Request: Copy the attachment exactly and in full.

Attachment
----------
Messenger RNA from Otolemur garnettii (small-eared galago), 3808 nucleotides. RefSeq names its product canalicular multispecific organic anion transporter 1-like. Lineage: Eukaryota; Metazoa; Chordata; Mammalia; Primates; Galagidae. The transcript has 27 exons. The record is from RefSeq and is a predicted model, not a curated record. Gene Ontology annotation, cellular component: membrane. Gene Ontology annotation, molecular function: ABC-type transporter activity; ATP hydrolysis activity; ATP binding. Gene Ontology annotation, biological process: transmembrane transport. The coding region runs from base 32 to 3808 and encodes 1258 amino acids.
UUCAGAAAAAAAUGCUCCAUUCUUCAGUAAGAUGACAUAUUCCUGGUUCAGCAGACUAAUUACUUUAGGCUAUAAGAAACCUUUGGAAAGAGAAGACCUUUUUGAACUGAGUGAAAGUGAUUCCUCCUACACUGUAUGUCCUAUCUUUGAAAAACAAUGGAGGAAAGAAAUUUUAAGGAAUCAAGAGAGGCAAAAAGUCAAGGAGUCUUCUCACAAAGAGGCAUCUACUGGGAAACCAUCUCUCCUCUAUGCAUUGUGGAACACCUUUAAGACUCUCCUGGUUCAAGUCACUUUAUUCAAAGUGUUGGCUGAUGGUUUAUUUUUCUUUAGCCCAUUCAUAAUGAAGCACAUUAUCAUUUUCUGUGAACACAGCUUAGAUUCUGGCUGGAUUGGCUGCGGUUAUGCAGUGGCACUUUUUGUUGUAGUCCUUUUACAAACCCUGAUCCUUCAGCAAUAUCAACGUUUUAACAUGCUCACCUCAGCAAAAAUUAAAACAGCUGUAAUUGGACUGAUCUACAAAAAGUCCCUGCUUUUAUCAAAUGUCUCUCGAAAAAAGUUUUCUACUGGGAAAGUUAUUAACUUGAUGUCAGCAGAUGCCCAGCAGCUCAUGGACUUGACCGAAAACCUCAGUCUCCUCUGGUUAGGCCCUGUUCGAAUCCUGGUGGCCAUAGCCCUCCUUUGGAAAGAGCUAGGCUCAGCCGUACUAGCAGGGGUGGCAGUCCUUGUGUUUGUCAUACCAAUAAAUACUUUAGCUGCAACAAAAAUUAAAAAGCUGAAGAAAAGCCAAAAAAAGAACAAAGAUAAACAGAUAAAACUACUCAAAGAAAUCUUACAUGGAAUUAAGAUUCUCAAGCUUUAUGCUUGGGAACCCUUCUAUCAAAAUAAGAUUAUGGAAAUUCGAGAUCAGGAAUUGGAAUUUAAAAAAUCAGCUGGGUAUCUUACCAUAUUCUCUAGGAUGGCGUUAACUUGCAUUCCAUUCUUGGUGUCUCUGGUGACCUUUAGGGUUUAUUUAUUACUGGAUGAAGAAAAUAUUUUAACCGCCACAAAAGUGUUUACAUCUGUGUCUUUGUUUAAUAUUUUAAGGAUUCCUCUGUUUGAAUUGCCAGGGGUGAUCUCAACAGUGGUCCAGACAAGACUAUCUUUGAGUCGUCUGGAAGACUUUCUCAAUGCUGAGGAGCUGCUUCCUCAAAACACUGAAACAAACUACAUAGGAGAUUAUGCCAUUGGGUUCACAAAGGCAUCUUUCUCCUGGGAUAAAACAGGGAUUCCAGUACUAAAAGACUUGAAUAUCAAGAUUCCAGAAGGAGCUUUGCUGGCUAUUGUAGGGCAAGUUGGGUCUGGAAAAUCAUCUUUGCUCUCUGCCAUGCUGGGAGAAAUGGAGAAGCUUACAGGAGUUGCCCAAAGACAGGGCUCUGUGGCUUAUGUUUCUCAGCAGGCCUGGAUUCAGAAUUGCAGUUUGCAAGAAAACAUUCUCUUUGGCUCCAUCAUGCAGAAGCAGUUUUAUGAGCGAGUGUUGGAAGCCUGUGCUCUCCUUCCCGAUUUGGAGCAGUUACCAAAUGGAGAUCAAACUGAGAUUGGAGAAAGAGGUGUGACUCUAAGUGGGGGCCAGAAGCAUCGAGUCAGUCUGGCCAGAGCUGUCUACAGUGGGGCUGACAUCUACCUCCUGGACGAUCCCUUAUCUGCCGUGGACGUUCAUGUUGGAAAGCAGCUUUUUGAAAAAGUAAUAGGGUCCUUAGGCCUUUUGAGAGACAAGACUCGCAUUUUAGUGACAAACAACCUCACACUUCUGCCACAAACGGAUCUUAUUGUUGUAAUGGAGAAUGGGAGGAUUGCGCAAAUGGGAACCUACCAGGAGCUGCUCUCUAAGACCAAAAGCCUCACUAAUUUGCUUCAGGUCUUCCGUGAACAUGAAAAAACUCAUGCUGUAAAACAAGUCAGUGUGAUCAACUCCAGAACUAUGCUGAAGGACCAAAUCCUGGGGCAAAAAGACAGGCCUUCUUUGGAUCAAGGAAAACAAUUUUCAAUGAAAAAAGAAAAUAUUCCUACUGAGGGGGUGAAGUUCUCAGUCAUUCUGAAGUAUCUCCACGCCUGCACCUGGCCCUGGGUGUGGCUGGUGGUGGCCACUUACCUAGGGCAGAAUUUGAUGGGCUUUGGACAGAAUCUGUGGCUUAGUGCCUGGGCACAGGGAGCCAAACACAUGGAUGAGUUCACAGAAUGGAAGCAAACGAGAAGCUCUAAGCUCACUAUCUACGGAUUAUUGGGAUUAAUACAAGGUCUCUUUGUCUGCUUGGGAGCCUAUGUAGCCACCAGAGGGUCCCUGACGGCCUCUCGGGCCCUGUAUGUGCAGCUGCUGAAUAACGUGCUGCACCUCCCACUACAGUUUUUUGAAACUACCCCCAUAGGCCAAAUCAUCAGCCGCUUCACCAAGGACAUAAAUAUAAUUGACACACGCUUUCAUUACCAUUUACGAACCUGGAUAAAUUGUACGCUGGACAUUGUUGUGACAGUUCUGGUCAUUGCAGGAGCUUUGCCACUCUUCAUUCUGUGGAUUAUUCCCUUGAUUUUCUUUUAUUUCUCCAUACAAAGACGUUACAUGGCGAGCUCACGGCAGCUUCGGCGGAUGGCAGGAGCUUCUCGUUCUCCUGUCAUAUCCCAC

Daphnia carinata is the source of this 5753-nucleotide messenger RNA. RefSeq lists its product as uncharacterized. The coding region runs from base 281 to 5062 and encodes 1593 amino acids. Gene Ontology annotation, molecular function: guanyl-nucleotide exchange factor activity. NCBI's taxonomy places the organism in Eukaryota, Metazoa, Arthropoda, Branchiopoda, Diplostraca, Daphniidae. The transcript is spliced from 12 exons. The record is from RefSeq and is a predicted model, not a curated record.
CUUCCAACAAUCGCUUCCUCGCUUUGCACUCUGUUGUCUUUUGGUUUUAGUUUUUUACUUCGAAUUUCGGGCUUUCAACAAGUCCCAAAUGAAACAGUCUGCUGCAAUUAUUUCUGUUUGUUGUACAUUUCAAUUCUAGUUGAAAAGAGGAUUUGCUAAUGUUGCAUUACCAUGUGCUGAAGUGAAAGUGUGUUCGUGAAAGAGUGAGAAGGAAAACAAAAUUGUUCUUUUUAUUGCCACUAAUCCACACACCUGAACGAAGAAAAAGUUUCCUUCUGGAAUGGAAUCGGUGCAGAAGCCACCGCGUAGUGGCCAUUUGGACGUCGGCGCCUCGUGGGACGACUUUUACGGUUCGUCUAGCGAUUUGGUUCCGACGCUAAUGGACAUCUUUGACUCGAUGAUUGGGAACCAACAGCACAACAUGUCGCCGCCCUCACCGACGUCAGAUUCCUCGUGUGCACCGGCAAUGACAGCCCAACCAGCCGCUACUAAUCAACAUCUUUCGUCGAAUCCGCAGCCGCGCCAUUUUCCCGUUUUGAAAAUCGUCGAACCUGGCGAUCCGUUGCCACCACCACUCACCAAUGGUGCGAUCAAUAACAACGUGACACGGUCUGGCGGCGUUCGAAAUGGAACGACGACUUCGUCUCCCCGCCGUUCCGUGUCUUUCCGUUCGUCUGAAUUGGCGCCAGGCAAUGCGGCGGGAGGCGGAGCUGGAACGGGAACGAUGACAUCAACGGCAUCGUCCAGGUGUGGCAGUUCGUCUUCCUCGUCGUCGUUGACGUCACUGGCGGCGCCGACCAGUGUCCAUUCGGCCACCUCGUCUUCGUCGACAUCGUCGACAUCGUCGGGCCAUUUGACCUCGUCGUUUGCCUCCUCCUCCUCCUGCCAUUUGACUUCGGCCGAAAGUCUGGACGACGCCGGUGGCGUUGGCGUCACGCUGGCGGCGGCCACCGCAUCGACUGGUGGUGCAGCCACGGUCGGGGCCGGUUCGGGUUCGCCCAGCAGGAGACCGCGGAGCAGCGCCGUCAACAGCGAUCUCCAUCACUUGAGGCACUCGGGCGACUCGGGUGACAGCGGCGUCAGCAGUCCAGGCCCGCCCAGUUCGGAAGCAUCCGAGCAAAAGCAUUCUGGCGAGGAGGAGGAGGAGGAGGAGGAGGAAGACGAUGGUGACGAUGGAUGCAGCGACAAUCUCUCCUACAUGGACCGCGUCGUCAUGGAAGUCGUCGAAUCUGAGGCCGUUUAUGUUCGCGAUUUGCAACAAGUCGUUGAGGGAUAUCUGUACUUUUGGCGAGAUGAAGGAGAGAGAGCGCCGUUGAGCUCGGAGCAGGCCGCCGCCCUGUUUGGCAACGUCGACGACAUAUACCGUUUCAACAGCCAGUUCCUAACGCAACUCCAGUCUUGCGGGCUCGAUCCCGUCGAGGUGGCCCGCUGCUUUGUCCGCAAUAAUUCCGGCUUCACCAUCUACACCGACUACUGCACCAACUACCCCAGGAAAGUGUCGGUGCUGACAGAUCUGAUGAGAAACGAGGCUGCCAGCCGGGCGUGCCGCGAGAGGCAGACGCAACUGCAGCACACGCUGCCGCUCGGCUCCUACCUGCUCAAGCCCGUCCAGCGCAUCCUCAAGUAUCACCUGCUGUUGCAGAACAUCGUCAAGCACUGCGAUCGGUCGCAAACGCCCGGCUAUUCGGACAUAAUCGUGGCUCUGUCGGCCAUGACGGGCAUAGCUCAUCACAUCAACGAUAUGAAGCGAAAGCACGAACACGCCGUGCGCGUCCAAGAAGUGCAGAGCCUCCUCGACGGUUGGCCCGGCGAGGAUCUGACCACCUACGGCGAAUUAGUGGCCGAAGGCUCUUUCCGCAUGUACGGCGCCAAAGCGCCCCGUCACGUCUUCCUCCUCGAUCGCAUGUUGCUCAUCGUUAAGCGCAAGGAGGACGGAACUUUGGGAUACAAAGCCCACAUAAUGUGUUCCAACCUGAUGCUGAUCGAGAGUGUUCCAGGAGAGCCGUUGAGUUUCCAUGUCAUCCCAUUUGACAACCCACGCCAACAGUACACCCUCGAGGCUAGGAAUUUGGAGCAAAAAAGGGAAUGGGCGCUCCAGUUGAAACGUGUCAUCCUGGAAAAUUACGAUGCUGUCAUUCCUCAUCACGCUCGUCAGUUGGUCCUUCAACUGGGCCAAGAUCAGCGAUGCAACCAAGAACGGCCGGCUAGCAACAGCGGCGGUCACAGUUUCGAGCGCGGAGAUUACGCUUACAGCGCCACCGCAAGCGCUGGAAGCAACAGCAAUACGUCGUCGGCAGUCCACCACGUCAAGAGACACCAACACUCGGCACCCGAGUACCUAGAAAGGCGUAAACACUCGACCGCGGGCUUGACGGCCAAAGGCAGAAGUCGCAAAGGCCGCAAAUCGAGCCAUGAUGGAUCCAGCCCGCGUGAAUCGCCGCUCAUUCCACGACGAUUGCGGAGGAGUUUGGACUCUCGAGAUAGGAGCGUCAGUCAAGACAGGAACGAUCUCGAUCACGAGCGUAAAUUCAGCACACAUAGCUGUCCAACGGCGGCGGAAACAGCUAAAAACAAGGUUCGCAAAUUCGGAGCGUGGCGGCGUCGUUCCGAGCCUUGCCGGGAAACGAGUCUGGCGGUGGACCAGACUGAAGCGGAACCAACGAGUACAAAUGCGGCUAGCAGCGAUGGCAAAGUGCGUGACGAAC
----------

Messenger RNA from Otolemur garnettii (small-eared galago), 3808 nucleotides. RefSeq names its product canalicular multispecific organic anion transporter 1-like. Lineage: Eukaryota; Metazoa; Chordata; Mammalia; Primates; Galagidae. The transcript has 27 exons. The record is from RefSeq and is a predicted model, not a curated record. Gene Ontology annotation, cellular component: membrane. Gene Ontology annotation, molecular function: ABC-type transporter activity; ATP hydrolysis activity; ATP binding. Gene Ontology annotation, biological process: transmembrane transport. The coding region runs from base 32 to 3808 and encodes 1258 amino acids.
UUCAGAAAAAAAUGCUCCAUUCUUCAGUAAGAUGACAUAUUCCUGGUUCAGCAGACUAAUUACUUUAGGCUAUAAGAAACCUUUGGAAAGAGAAGACCUUUUUGAACUGAGUGAAAGUGAUUCCUCCUACACUGUAUGUCCUAUCUUUGAAAAACAAUGGAGGAAAGAAAUUUUAAGGAAUCAAGAGAGGCAAAAAGUCAAGGAGUCUUCUCACAAAGAGGCAUCUACUGGGAAACCAUCUCUCCUCUAUGCAUUGUGGAACACCUUUAAGACUCUCCUGGUUCAAGUCACUUUAUUCAAAGUGUUGGCUGAUGGUUUAUUUUUCUUUAGCCCAUUCAUAAUGAAGCACAUUAUCAUUUUCUGUGAACACAGCUUAGAUUCUGGCUGGAUUGGCUGCGGUUAUGCAGUGGCACUUUUUGUUGUAGUCCUUUUACAAACCCUGAUCCUUCAGCAAUAUCAACGUUUUAACAUGCUCACCUCAGCAAAAAUUAAAACAGCUGUAAUUGGACUGAUCUACAAAAAGUCCCUGCUUUUAUCAAAUGUCUCUCGAAAAAAGUUUUCUACUGGGAAAGUUAUUAACUUGAUGUCAGCAGAUGCCCAGCAGCUCAUGGACUUGACCGAAAACCUCAGUCUCCUCUGGUUAGGCCCUGUUCGAAUCCUGGUGGCCAUAGCCCUCCUUUGGAAAGAGCUAGGCUCAGCCGUACUAGCAGGGGUGGCAGUCCUUGUGUUUGUCAUACCAAUAAAUACUUUAGCUGCAACAAAAAUUAAAAAGCUGAAGAAAAGCCAAAAAAAGAACAAAGAUAAACAGAUAAAACUACUCAAAGAAAUCUUACAUGGAAUUAAGAUUCUCAAGCUUUAUGCUUGGGAACCCUUCUAUCAAAAUAAGAUUAUGGAAAUUCGAGAUCAGGAAUUGGAAUUUAAAAAAUCAGCUGGGUAUCUUACCAUAUUCUCUAGGAUGGCGUUAACUUGCAUUCCAUUCUUGGUGUCUCUGGUGACCUUUAGGGUUUAUUUAUUACUGGAUGAAGAAAAUAUUUUAACCGCCACAAAAGUGUUUACAUCUGUGUCUUUGUUUAAUAUUUUAAGGAUUCCUCUGUUUGAAUUGCCAGGGGUGAUCUCAACAGUGGUCCAGACAAGACUAUCUUUGAGUCGUCUGGAAGACUUUCUCAAUGCUGAGGAGCUGCUUCCUCAAAACACUGAAACAAACUACAUAGGAGAUUAUGCCAUUGGGUUCACAAAGGCAUCUUUCUCCUGGGAUAAAACAGGGAUUCCAGUACUAAAAGACUUGAAUAUCAAGAUUCCAGAAGGAGCUUUGCUGGCUAUUGUAGGGCAAGUUGGGUCUGGAAAAUCAUCUUUGCUCUCUGCCAUGCUGGGAGAAAUGGAGAAGCUUACAGGAGUUGCCCAAAGACAGGGCUCUGUGGCUUAUGUUUCUCAGCAGGCCUGGAUUCAGAAUUGCAGUUUGCAAGAAAACAUUCUCUUUGGCUCCAUCAUGCAGAAGCAGUUUUAUGAGCGAGUGUUGGAAGCCUGUGCUCUCCUUCCCGAUUUGGAGCAGUUACCAAAUGGAGAUCAAACUGAGAUUGGAGAAAGAGGUGUGACUCUAAGUGGGGGCCAGAAGCAUCGAGUCAGUCUGGCCAGAGCUGUCUACAGUGGGGCUGACAUCUACCUCCUGGACGAUCCCUUAUCUGCCGUGGACGUUCAUGUUGGAAAGCAGCUUUUUGAAAAAGUAAUAGGGUCCUUAGGCCUUUUGAGAGACAAGACUCGCAUUUUAGUGACAAACAACCUCACACUUCUGCCACAAACGGAUCUUAUUGUUGUAAUGGAGAAUGGGAGGAUUGCGCAAAUGGGAACCUACCAGGAGCUGCUCUCUAAGACCAAAAGCCUCACUAAUUUGCUUCAGGUCUUCCGUGAACAUGAAAAAACUCAUGCUGUAAAACAAGUCAGUGUGAUCAACUCCAGAACUAUGCUGAAGGACCAAAUCCUGGGGCAAAAAGACAGGCCUUCUUUGGAUCAAGGAAAACAAUUUUCAAUGAAAAAAGAAAAUAUUCCUACUGAGGGGGUGAAGUUCUCAGUCAUUCUGAAGUAUCUCCACGCCUGCACCUGGCCCUGGGUGUGGCUGGUGGUGGCCACUUACCUAGGGCAGAAUUUGAUGGGCUUUGGACAGAAUCUGUGGCUUAGUGCCUGGGCACAGGGAGCCAAACACAUGGAUGAGUUCACAGAAUGGAAGCAAACGAGAAGCUCUAAGCUCACUAUCUACGGAUUAUUGGGAUUAAUACAAGGUCUCUUUGUCUGCUUGGGAGCCUAUGUAGCCACCAGAGGGUCCCUGACGGCCUCUCGGGCCCUGUAUGUGCAGCUGCUGAAUAACGUGCUGCACCUCCCACUACAGUUUUUUGAAACUACCCCCAUAGGCCAAAUCAUCAGCCGCUUCACCAAGGACAUAAAUAUAAUUGACACACGCUUUCAUUACCAUUUACGAACCUGGAUAAAUUGUACGCUGGACAUUGUUGUGACAGUUCUGGUCAUUGCAGGAGCUUUGCCACUCUUCAUUCUGUGGAUUAUUCCCUUGAUUUUCUUUUAUUUCUCCAUACAAAGACGUUACAUGGCGAGCUCACGGCAGCUUCGGCGGAUGGCAGGAGCUUCUCGUUCUCCUGUCAUAUCCCAC

Daphnia carinata is the source of this 5753-nucleotide messenger RNA. RefSeq lists its product as uncharacterized. The coding region runs from base 281 to 5062 and encodes 1593 amino acids. Gene Ontology annotation, molecular function: guanyl-nucleotide exchange factor activity. NCBI's taxonomy places the organism in Eukaryota, Metazoa, Arthropoda, Branchiopoda, Diplostraca, Daphniidae. The transcript is spliced from 12 exons. The record is from RefSeq and is a predicted model, not a curated record.
CUUCCAACAAUCGCUUCCUCGCUUUGCACUCUGUUGUCUUUUGGUUUUAGUUUUUUACUUCGAAUUUCGGGCUUUCAACAAGUCCCAAAUGAAACAGUCUGCUGCAAUUAUUUCUGUUUGUUGUACAUUUCAAUUCUAGUUGAAAAGAGGAUUUGCUAAUGUUGCAUUACCAUGUGCUGAAGUGAAAGUGUGUUCGUGAAAGAGUGAGAAGGAAAACAAAAUUGUUCUUUUUAUUGCCACUAAUCCACACACCUGAACGAAGAAAAAGUUUCCUUCUGGAAUGGAAUCGGUGCAGAAGCCACCGCGUAGUGGCCAUUUGGACGUCGGCGCCUCGUGGGACGACUUUUACGGUUCGUCUAGCGAUUUGGUUCCGACGCUAAUGGACAUCUUUGACUCGAUGAUUGGGAACCAACAGCACAACAUGUCGCCGCCCUCACCGACGUCAGAUUCCUCGUGUGCACCGGCAAUGACAGCCCAACCAGCCGCUACUAAUCAACAUCUUUCGUCGAAUCCGCAGCCGCGCCAUUUUCCCGUUUUGAAAAUCGUCGAACCUGGCGAUCCGUUGCCACCACCACUCACCAAUGGUGCGAUCAAUAACAACGUGACACGGUCUGGCGGCGUUCGAAAUGGAACGACGACUUCGUCUCCCCGCCGUUCCGUGUCUUUCCGUUCGUCUGAAUUGGCGCCAGGCAAUGCGGCGGGAGGCGGAGCUGGAACGGGAACGAUGACAUCAACGGCAUCGUCCAGGUGUGGCAGUUCGUCUUCCUCGUCGUCGUUGACGUCACUGGCGGCGCCGACCAGUGUCCAUUCGGCCACCUCGUCUUCGUCGACAUCGUCGACAUCGUCGGGCCAUUUGACCUCGUCGUUUGCCUCCUCCUCCUCCUGCCAUUUGACUUCGGCCGAAAGUCUGGACGACGCCGGUGGCGUUGGCGUCACGCUGGCGGCGGCCACCGCAUCGACUGGUGGUGCAGCCACGGUCGGGGCCGGUUCGGGUUCGCCCAGCAGGAGACCGCGGAGCAGCGCCGUCAACAGCGAUCUCCAUCACUUGAGGCACUCGGGCGACUCGGGUGACAGCGGCGUCAGCAGUCCAGGCCCGCCCAGUUCGGAAGCAUCCGAGCAAAAGCAUUCUGGCGAGGAGGAGGAGGAGGAGGAGGAGGAAGACGAUGGUGACGAUGGAUGCAGCGACAAUCUCUCCUACAUGGACCGCGUCGUCAUGGAAGUCGUCGAAUCUGAGGCCGUUUAUGUUCGCGAUUUGCAACAAGUCGUUGAGGGAUAUCUGUACUUUUGGCGAGAUGAAGGAGAGAGAGCGCCGUUGAGCUCGGAGCAGGCCGCCGCCCUGUUUGGCAACGUCGACGACAUAUACCGUUUCAACAGCCAGUUCCUAACGCAACUCCAGUCUUGCGGGCUCGAUCCCGUCGAGGUGGCCCGCUGCUUUGUCCGCAAUAAUUCCGGCUUCACCAUCUACACCGACUACUGCACCAACUACCCCAGGAAAGUGUCGGUGCUGACAGAUCUGAUGAGAAACGAGGCUGCCAGCCGGGCGUGCCGCGAGAGGCAGACGCAACUGCAGCACACGCUGCCGCUCGGCUCCUACCUGCUCAAGCCCGUCCAGCGCAUCCUCAAGUAUCACCUGCUGUUGCAGAACAUCGUCAAGCACUGCGAUCGGUCGCAAACGCCCGGCUAUUCGGACAUAAUCGUGGCUCUGUCGGCCAUGACGGGCAUAGCUCAUCACAUCAACGAUAUGAAGCGAAAGCACGAACACGCCGUGCGCGUCCAAGAAGUGCAGAGCCUCCUCGACGGUUGGCCCGGCGAGGAUCUGACCACCUACGGCGAAUUAGUGGCCGAAGGCUCUUUCCGCAUGUACGGCGCCAAAGCGCCCCGUCACGUCUUCCUCCUCGAUCGCAUGUUGCUCAUCGUUAAGCGCAAGGAGGACGGAACUUUGGGAUACAAAGCCCACAUAAUGUGUUCCAACCUGAUGCUGAUCGAGAGUGUUCCAGGAGAGCCGUUGAGUUUCCAUGUCAUCCCAUUUGACAACCCACGCCAACAGUACACCCUCGAGGCUAGGAAUUUGGAGCAAAAAAGGGAAUGGGCGCUCCAGUUGAAACGUGUCAUCCUGGAAAAUUACGAUGCUGUCAUUCCUCAUCACGCUCGUCAGUUGGUCCUUCAACUGGGCCAAGAUCAGCGAUGCAACCAAGAACGGCCGGCUAGCAACAGCGGCGGUCACAGUUUCGAGCGCGGAGAUUACGCUUACAGCGCCACCGCAAGCGCUGGAAGCAACAGCAAUACGUCGUCGGCAGUCCACCACGUCAAGAGACACCAACACUCGGCACCCGAGUACCUAGAAAGGCGUAAACACUCGACCGCGGGCUUGACGGCCAAAGGCAGAAGUCGCAAAGGCCGCAAAUCGAGCCAUGAUGGAUCCAGCCCGCGUGAAUCGCCGCUCAUUCCACGACGAUUGCGGAGGAGUUUGGACUCUCGAGAUAGGAGCGUCAGUCAAGACAGGAACGAUCUCGAUCACGAGCGUAAAUUCAGCACACAUAGCUGUCCAACGGCGGCGGAAACAGCUAAAAACAAGGUUCGCAAAUUCGGAGCGUGGCGGCGUCGUUCCGAGCCUUGCCGGGAAACGAGUCUGGCGGUGGACCAGACUGAAGCGGAACCAACGAGUACAAAUGCGGCUAGCAGCGAUGGCAAAGUGCGUGACGAAC